NRA's top lawyer was convicted of murdering his girlfriend's mother in 1964


#1

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#2

And this is what asshole policemen who can’t do their jobs and follow procedure cause.


#3

Or because even white gun nuts do not always get due process and instead are sometimes chosen by the police as the designated convict to build the case and coerced confession around.
If I had been falsely accused(assuming that to be the case) I might want as many guns as possible in hands not belonging to the corrupt police.


#4

But it’s okay, because the police always ‘know’ who’s guilty; it’s fine to plant evidence and coerce confessions.


#5

“After conferring in Polish with Dowlut’s parents, refugees who had immigrated after the war, Judge Frank X. Kopinski opted for lenience. ‘My logic tells me you should be sent away, but my heart says no,’ the judge told Dowlut, according to the Tribune. Dowlut was put on probation and graduated from Washington High School in January 1963 with a good academic record”

Yeah, that checks out. If a Polish-American judge doesn’t let fine Polish-American boys get away with (literally) murder, who will? Edit: This was actually during his armed-robbery trial, not the later murder trial. Still, it boggles the mind.


#6

Yup. Sounds like a fine reason to weaken a constitutional amendment.


#7

Holy shit.

In his Stanford article, he quoted a study on gun ownership that asserted, “It perhaps goes without saying that the ‘average’ gun owner and the ‘average’ criminal are worlds apart in background, social outlooks, and economic circumstances.”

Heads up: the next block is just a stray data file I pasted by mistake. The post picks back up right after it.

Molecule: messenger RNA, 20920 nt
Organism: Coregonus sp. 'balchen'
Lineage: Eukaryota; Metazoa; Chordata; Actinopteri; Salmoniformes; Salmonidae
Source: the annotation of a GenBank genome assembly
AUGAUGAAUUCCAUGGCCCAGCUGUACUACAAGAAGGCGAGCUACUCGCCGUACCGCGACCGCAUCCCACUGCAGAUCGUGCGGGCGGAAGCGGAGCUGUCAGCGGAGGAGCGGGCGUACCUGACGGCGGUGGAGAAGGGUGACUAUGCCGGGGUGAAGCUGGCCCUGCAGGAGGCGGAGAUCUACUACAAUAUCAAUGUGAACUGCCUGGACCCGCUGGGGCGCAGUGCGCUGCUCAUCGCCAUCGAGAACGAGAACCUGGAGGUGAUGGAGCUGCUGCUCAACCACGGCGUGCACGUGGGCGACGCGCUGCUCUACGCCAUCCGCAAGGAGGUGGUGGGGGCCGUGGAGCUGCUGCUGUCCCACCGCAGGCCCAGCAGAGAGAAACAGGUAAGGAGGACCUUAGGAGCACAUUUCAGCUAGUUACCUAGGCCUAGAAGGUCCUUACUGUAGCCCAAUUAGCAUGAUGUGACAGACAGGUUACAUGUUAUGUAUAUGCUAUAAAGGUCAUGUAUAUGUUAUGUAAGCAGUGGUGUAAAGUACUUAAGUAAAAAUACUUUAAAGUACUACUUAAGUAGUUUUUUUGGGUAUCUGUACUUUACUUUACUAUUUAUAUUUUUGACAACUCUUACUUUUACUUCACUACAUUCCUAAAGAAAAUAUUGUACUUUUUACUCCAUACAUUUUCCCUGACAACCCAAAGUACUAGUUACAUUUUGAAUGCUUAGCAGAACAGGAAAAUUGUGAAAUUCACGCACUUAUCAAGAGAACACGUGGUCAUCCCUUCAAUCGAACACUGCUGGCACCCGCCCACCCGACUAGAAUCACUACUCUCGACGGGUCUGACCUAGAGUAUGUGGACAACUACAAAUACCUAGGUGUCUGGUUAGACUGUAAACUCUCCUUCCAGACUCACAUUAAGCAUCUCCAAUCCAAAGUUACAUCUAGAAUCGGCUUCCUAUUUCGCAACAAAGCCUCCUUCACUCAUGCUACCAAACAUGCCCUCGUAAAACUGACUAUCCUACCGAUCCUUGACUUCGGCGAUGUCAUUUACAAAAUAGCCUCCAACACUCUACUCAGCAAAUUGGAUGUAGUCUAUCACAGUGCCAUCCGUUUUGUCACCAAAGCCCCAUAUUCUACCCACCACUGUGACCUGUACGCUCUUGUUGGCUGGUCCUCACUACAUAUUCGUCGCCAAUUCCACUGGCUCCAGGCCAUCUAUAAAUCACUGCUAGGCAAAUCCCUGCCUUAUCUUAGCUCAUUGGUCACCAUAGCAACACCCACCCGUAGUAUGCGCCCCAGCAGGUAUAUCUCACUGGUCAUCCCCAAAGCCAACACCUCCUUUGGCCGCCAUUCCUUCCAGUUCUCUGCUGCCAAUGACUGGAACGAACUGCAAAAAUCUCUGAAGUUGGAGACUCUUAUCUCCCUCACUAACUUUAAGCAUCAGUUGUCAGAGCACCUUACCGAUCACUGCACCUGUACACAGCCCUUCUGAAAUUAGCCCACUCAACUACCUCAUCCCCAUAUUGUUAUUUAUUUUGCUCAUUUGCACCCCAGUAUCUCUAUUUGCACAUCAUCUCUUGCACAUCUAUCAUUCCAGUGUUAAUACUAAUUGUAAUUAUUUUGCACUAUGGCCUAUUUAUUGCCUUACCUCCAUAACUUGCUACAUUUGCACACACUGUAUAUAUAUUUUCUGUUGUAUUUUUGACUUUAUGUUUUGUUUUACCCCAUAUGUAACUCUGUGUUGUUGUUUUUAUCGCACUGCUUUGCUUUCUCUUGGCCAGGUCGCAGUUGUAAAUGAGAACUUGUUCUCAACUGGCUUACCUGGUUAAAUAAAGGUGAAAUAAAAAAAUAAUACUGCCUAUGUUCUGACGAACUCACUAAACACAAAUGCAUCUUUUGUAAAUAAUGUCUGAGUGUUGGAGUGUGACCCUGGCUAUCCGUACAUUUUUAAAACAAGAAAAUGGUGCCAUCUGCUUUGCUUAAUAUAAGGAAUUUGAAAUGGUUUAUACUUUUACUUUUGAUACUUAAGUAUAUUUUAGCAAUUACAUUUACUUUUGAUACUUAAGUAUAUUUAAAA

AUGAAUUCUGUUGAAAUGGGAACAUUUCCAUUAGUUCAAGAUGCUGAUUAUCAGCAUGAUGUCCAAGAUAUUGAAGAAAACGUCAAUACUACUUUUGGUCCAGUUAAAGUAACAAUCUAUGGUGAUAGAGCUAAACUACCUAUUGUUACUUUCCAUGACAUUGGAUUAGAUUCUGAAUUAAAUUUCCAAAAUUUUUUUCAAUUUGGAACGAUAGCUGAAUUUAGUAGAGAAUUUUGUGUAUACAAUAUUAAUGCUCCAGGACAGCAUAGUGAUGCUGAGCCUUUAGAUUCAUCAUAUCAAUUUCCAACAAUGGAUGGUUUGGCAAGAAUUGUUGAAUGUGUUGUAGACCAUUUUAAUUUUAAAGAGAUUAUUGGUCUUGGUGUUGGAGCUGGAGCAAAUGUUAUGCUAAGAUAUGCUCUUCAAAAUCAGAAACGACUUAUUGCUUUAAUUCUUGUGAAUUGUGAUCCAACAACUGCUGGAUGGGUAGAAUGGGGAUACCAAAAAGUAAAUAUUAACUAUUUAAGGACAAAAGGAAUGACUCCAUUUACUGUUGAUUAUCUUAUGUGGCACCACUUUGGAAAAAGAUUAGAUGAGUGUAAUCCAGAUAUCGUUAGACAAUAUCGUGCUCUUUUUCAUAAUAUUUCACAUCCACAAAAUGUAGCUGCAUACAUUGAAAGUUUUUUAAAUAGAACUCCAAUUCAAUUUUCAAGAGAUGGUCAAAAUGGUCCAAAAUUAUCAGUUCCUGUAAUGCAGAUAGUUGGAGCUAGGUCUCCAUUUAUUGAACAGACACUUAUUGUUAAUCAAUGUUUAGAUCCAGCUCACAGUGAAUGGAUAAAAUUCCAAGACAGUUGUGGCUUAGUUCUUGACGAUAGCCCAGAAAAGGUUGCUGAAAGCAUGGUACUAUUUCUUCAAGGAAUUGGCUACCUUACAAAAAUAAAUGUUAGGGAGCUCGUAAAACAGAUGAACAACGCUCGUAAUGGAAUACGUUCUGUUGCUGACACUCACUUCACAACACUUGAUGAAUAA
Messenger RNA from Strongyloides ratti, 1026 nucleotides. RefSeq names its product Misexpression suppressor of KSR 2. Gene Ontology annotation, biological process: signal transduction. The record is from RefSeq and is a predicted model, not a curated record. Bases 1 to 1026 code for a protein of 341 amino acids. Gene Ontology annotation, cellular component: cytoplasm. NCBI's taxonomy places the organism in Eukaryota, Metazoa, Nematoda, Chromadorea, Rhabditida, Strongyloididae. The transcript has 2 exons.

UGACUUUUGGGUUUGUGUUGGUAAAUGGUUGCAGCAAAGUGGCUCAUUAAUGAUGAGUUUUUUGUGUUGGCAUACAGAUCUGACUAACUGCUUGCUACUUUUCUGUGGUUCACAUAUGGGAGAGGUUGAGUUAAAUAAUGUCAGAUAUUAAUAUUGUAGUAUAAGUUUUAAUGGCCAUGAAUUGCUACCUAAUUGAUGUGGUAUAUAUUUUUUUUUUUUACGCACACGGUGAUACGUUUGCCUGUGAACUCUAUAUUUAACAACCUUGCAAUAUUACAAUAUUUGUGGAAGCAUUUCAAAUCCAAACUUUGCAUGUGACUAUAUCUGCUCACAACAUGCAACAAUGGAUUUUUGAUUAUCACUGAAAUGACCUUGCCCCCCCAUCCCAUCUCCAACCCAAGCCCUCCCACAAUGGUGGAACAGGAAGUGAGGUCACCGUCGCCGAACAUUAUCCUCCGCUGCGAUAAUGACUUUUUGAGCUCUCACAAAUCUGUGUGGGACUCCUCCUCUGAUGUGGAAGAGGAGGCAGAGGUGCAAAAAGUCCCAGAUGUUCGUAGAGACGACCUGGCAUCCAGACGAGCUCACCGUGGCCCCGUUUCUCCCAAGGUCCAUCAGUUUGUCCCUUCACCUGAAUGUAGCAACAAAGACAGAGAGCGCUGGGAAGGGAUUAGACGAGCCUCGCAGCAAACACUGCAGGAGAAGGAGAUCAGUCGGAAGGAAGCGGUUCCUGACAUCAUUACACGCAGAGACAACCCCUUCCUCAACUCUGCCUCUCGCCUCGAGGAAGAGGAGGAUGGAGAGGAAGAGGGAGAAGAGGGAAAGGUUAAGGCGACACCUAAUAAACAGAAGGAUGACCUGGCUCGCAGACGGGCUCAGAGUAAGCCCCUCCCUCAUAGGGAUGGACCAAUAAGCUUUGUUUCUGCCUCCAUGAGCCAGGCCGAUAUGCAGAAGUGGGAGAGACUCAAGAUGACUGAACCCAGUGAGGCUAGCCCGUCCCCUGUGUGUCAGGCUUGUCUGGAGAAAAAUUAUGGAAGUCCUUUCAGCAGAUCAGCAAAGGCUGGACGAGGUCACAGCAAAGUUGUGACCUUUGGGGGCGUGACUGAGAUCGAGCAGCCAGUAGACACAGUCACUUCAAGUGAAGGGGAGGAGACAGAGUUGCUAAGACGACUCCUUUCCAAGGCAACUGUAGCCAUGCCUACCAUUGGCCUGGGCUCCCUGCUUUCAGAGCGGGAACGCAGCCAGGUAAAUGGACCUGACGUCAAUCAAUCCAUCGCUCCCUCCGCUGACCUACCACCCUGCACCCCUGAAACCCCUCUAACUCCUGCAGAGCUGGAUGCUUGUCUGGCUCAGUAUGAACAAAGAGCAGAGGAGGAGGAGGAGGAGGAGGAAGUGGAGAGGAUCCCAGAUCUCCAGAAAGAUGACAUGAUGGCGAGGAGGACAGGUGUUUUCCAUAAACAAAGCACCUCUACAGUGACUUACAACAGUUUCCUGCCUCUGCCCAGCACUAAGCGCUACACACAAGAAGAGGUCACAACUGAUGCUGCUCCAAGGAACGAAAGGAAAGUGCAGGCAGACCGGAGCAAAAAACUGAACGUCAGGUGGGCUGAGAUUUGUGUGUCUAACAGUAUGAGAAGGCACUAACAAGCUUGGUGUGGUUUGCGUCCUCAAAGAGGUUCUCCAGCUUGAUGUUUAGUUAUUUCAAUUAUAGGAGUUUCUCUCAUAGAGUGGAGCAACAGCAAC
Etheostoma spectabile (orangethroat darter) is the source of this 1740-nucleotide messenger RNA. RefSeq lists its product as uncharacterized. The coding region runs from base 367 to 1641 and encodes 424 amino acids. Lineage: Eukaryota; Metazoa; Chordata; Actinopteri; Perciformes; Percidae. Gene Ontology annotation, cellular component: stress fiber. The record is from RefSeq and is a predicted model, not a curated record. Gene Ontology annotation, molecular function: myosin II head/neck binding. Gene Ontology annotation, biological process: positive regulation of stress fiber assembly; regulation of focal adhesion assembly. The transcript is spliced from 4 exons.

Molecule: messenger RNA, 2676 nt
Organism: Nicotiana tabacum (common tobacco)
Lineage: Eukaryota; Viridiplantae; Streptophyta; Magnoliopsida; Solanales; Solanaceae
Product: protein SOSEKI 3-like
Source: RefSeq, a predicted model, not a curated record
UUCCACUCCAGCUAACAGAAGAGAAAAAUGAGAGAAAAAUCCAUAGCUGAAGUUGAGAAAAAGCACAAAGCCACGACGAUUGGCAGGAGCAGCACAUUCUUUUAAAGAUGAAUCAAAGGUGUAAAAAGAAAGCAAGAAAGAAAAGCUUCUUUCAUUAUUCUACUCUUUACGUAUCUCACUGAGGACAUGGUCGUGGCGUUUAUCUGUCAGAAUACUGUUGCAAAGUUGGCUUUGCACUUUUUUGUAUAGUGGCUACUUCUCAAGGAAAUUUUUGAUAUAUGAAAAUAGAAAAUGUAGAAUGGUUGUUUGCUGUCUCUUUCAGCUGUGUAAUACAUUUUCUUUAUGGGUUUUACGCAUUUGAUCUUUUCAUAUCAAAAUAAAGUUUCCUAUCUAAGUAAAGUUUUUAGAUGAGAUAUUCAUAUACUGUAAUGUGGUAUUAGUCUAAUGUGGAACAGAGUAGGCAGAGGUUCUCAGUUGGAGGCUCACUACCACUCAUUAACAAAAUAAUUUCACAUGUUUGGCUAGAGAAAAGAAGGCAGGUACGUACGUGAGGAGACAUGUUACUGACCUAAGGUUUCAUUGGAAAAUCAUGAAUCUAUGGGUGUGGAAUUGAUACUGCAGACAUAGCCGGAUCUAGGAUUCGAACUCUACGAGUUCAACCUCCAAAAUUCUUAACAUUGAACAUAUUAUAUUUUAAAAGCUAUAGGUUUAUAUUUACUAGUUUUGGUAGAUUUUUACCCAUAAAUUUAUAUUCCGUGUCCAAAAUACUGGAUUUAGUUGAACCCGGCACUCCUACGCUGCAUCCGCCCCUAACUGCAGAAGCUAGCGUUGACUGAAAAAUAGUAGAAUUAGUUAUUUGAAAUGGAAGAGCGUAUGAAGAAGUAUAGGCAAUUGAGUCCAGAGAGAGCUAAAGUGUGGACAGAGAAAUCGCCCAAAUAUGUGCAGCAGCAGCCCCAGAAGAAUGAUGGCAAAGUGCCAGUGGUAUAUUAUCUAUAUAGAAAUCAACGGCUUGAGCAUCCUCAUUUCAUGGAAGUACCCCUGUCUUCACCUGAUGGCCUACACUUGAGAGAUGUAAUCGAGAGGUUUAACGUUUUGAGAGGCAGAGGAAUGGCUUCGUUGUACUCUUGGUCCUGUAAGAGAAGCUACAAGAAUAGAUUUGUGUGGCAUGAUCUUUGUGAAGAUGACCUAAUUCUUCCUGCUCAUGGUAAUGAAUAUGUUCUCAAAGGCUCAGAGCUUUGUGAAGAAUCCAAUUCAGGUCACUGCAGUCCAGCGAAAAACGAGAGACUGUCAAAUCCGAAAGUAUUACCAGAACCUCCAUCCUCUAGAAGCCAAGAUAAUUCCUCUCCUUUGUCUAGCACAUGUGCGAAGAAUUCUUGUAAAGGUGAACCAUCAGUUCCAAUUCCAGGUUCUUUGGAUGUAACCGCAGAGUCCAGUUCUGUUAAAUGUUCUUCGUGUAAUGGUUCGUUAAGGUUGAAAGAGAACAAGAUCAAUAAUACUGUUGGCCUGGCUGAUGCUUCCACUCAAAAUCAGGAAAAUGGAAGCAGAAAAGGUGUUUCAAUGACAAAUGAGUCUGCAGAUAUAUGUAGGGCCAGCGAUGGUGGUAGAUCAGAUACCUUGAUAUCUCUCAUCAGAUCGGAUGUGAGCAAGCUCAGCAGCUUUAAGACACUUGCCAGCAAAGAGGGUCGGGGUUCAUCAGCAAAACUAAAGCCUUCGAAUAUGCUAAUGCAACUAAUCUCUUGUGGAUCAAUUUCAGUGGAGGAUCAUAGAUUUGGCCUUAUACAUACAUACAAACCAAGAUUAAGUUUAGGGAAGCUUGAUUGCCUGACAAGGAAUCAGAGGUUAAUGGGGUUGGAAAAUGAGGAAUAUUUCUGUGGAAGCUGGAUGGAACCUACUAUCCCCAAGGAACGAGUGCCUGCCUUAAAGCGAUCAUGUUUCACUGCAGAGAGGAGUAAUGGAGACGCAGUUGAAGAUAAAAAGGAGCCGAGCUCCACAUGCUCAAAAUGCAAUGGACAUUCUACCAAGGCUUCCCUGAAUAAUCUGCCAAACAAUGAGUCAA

I would have thought that the whole NRA division of “good guys” (who should have guns) and “bad guys” (who should get shot by the good guys with guns) wouldn’t be perpetuated by a guy who undeniably committed a string of serious crimes (some involving guns) in his youth, even if he didn’t shoot his girlfriend’s mother (which, frankly, it sounds like he did, even if the police royally fucked things up). I mean, does he consider armed robbery to just be youthful hi-jinks?


#8

It does suggest a certain mindset in the NRA. And they seem to be the body interpreting that amendment for the purposes of law.


#9

50 years old news is old.


#10

Yes, because guns are what got the conviction thrown out, amirite? Good thing honest 'Murican citizens held the cops accountable at gunpoint and…

…wait, what? The Supreme Court threw out his conviction? Since when does the Supreme Court have guns?

As for assuming a false accusation, please note, Dowlut already had a criminal history before the murder case. Car theft, hit-and-run, malicious trespass, armed robbery, theft of weapons, construction of zip guns - the kid was a terror, and he repeatedly denied his guilt. He should have gone to juvenile detention, but his judge showed leniency at the request of his parents. And then he personally knew the woman he was accused of murdering - the mother of a girl he had been seeing, who had disapproved of their relationship, and who seemed to suspect Dowlut of having gotten the girl pregnant.

Now, that doesn’t justify the way the police responded, but it sure paints a pretty damning picture of the odds of his innocence.

It’s also very odd that after the Supreme Court threw out the conviction and ordered a new investigation, that new investigation never occured.


#11